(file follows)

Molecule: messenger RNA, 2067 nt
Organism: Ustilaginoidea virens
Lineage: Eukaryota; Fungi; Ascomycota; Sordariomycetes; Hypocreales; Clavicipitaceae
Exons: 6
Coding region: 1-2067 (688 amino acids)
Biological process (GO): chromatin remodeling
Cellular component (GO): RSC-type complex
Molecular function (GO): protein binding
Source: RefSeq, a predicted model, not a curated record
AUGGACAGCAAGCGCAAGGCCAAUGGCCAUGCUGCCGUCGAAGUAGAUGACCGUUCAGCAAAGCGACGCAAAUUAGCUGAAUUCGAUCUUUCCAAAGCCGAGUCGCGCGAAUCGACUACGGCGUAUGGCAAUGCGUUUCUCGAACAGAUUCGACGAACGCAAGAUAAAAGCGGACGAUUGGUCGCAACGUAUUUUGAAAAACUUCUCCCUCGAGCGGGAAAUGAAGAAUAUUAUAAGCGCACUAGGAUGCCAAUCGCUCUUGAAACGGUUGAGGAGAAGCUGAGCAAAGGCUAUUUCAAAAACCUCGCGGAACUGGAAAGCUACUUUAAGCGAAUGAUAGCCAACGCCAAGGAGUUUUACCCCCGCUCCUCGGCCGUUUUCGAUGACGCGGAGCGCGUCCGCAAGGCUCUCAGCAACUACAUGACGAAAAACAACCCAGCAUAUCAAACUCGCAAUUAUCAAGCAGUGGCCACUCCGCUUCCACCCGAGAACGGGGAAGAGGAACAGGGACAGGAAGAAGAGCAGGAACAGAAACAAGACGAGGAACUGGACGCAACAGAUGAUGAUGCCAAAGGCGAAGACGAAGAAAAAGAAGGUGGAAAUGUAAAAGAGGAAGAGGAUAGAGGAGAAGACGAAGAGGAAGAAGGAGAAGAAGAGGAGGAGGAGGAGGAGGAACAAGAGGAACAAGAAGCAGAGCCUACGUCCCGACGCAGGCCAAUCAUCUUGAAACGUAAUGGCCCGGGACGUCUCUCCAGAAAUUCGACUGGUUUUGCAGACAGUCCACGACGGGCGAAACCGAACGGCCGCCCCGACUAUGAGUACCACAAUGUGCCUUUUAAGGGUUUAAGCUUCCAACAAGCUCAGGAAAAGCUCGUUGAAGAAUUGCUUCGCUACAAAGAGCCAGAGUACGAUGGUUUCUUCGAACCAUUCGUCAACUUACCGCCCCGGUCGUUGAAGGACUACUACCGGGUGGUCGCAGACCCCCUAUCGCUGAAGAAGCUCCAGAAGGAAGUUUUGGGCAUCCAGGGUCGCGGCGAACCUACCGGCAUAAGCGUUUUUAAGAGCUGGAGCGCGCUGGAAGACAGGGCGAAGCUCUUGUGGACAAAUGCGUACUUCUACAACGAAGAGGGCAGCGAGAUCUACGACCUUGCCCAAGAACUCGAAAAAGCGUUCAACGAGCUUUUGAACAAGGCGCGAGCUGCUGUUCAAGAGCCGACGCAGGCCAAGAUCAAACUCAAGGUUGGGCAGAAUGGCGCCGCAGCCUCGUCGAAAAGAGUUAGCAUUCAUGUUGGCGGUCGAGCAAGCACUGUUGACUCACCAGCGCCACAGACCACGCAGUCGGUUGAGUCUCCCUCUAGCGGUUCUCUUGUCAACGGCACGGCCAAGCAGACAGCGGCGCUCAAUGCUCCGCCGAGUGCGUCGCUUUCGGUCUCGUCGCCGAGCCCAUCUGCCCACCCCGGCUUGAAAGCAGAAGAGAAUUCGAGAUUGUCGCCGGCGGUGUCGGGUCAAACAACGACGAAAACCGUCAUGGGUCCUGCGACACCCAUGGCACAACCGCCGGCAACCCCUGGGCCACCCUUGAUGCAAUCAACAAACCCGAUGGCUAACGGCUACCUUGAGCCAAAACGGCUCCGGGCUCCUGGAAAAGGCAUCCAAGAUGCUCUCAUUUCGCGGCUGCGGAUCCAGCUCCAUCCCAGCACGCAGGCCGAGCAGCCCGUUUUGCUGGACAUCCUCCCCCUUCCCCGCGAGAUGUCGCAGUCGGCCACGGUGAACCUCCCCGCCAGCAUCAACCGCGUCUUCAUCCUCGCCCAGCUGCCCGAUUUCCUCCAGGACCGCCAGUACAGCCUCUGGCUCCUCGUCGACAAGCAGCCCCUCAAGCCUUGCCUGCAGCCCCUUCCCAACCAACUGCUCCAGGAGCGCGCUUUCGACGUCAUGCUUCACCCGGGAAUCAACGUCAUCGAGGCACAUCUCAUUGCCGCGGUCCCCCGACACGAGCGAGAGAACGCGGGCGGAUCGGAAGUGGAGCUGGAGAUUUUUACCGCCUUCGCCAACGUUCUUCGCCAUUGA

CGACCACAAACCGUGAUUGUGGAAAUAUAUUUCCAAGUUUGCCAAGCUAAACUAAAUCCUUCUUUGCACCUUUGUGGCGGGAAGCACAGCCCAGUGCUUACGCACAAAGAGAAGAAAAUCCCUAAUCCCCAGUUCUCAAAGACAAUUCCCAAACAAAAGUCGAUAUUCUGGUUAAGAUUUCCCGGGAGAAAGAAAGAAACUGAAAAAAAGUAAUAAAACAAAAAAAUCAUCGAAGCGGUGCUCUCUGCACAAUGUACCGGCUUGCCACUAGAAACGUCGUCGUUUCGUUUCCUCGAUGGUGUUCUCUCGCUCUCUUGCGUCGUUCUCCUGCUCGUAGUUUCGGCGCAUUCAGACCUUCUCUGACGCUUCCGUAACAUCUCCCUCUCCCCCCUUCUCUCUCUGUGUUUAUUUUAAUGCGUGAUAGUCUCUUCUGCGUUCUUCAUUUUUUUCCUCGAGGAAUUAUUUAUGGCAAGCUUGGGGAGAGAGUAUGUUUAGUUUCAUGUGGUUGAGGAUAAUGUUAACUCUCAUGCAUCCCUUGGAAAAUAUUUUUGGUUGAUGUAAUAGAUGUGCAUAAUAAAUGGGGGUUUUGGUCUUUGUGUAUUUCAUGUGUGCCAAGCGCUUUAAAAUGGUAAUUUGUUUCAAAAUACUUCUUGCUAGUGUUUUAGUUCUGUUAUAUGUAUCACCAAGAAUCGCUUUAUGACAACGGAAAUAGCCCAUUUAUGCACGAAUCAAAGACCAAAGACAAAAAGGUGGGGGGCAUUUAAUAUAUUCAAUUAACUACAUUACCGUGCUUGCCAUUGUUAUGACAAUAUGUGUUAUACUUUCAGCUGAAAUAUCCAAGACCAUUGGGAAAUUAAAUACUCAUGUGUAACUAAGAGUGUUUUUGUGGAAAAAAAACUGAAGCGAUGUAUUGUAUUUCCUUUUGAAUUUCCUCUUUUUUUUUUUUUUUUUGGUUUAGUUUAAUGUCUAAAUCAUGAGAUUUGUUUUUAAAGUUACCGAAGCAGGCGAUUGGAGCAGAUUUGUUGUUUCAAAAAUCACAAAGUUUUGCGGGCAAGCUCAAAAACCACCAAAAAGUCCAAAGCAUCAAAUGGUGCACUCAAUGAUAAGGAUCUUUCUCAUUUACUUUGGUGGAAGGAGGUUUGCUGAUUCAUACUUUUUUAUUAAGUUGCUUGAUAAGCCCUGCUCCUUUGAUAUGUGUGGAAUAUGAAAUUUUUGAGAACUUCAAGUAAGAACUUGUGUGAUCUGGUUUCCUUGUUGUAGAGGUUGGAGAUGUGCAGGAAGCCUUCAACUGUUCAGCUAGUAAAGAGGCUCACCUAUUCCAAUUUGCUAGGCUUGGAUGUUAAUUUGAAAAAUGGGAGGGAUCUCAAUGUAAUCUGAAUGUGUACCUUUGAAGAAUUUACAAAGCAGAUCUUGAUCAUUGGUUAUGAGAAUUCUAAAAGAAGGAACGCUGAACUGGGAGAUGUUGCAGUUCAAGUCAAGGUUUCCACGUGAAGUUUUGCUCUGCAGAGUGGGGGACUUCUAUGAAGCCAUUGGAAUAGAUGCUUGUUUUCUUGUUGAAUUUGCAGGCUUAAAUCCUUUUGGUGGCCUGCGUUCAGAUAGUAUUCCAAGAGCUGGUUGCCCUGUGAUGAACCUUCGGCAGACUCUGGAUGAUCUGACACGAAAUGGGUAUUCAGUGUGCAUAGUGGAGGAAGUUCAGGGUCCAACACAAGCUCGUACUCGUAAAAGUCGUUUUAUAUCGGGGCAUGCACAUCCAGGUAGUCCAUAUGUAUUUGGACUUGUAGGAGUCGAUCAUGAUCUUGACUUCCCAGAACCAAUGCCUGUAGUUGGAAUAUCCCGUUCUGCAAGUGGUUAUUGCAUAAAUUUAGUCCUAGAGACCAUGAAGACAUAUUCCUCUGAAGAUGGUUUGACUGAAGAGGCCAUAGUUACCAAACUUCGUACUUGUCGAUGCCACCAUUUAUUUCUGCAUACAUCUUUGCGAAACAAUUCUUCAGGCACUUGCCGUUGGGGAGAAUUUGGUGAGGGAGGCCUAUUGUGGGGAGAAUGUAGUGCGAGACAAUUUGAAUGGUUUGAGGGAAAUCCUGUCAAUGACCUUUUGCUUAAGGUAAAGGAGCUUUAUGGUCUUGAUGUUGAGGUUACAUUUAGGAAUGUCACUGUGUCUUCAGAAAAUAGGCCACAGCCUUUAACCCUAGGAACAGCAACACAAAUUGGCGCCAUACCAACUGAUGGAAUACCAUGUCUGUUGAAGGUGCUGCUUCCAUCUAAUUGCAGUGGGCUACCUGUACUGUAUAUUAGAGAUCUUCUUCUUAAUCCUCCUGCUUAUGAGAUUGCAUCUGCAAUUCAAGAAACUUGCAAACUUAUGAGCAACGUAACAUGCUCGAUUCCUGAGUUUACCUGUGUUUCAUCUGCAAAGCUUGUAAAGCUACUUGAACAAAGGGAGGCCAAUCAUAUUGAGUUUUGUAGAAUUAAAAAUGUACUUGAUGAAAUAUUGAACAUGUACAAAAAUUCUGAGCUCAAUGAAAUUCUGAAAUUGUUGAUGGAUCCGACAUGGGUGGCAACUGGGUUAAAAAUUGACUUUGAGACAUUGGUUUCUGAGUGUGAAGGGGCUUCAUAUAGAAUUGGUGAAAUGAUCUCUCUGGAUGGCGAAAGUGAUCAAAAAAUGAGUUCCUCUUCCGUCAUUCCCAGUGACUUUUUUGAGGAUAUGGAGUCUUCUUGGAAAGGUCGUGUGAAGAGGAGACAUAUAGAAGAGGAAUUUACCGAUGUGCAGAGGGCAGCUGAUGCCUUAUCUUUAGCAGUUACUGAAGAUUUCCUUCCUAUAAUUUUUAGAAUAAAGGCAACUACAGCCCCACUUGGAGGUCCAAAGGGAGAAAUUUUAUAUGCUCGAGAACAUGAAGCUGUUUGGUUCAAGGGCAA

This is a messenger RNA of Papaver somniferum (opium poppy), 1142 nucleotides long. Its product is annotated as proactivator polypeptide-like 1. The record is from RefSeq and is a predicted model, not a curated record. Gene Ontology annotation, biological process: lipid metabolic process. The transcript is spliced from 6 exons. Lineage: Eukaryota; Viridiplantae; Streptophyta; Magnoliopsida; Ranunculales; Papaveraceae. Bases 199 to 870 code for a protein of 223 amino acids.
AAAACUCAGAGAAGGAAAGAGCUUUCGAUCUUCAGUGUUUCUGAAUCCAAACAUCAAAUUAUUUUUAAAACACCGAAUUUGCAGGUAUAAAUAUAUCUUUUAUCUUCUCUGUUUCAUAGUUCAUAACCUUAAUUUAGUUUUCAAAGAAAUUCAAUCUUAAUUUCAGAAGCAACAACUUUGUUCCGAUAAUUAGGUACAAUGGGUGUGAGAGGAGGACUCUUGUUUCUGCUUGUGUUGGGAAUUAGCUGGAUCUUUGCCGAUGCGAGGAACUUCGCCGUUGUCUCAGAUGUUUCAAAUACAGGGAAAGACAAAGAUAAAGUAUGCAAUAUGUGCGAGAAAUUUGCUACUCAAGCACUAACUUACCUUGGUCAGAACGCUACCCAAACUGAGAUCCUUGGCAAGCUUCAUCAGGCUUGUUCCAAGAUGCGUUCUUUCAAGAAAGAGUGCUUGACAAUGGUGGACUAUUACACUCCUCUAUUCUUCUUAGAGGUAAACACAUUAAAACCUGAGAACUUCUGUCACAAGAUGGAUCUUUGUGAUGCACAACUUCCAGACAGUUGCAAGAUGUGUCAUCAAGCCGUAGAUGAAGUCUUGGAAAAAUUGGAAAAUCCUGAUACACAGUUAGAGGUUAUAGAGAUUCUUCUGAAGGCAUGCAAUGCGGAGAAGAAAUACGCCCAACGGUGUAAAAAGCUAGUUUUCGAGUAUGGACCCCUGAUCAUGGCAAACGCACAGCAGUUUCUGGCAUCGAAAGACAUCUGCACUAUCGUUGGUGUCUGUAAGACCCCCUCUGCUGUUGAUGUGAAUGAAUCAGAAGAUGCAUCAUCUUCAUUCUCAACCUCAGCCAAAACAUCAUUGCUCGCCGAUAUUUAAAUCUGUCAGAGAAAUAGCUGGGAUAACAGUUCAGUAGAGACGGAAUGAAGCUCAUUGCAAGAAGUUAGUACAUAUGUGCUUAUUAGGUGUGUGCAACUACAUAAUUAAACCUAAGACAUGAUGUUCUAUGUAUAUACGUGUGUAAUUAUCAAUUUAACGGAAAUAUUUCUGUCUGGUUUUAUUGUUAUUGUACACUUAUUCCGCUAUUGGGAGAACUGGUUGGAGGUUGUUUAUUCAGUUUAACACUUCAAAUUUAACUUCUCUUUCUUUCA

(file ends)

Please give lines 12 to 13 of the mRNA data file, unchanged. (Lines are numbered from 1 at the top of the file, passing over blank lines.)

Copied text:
This is a messenger RNA of Papaver somniferum (opium poppy), 1142 nucleotides long. Its product is annotated as proactivator polypeptide-like 1. The record is from RefSeq and is a predicted model, not a curated record. Gene Ontology annotation, biological process: lipid metabolic process. The transcript is spliced from 6 exons. Lineage: Eukaryota; Viridiplantae; Streptophyta; Magnoliopsida; Ranunculales; Papaveraceae. Bases 199 to 870 code for a protein of 223 amino acids.
AAAACUCAGAGAAGGAAAGAGCUUUCGAUCUUCAGUGUUUCUGAAUCCAAACAUCAAAUUAUUUUUAAAACACCGAAUUUGCAGGUAUAAAUAUAUCUUUUAUCUUCUCUGUUUCAUAGUUCAUAACCUUAAUUUAGUUUUCAAAGAAAUUCAAUCUUAAUUUCAGAAGCAACAACUUUGUUCCGAUAAUUAGGUACAAUGGGUGUGAGAGGAGGACUCUUGUUUCUGCUUGUGUUGGGAAUUAGCUGGAUCUUUGCCGAUGCGAGGAACUUCGCCGUUGUCUCAGAUGUUUCAAAUACAGGGAAAGACAAAGAUAAAGUAUGCAAUAUGUGCGAGAAAUUUGCUACUCAAGCACUAACUUACCUUGGUCAGAACGCUACCCAAACUGAGAUCCUUGGCAAGCUUCAUCAGGCUUGUUCCAAGAUGCGUUCUUUCAAGAAAGAGUGCUUGACAAUGGUGGACUAUUACACUCCUCUAUUCUUCUUAGAGGUAAACACAUUAAAACCUGAGAACUUCUGUCACAAGAUGGAUCUUUGUGAUGCACAACUUCCAGACAGUUGCAAGAUGUGUCAUCAAGCCGUAGAUGAAGUCUUGGAAAAAUUGGAAAAUCCUGAUACACAGUUAGAGGUUAUAGAGAUUCUUCUGAAGGCAUGCAAUGCGGAGAAGAAAUACGCCCAACGGUGUAAAAAGCUAGUUUUCGAGUAUGGACCCCUGAUCAUGGCAAACGCACAGCAGUUUCUGGCAUCGAAAGACAUCUGCACUAUCGUUGGUGUCUGUAAGACCCCCUCUGCUGUUGAUGUGAAUGAAUCAGAAGAUGCAUCAUCUUCAUUCUCAACCUCAGCCAAAACAUCAUUGCUCGCCGAUAUUUAAAUCUGUCAGAGAAAUAGCUGGGAUAACAGUUCAGUAGAGACGGAAUGAAGCUCAUUGCAAGAAGUUAGUACAUAUGUGCUUAUUAGGUGUGUGCAACUACAUAAUUAAACCUAAGACAUGAUGUUCUAUGUAUAUACGUGUGUAAUUAUCAAUUUAACGGAAAUAUUUCUGUCUGGUUUUAUUGUUAUUGUACACUUAUUCCGCUAUUGGGAGAACUGGUUGGAGGUUGUUUAUUCAGUUUAACACUUCAAAUUUAACUUCUCUUUCUUUCA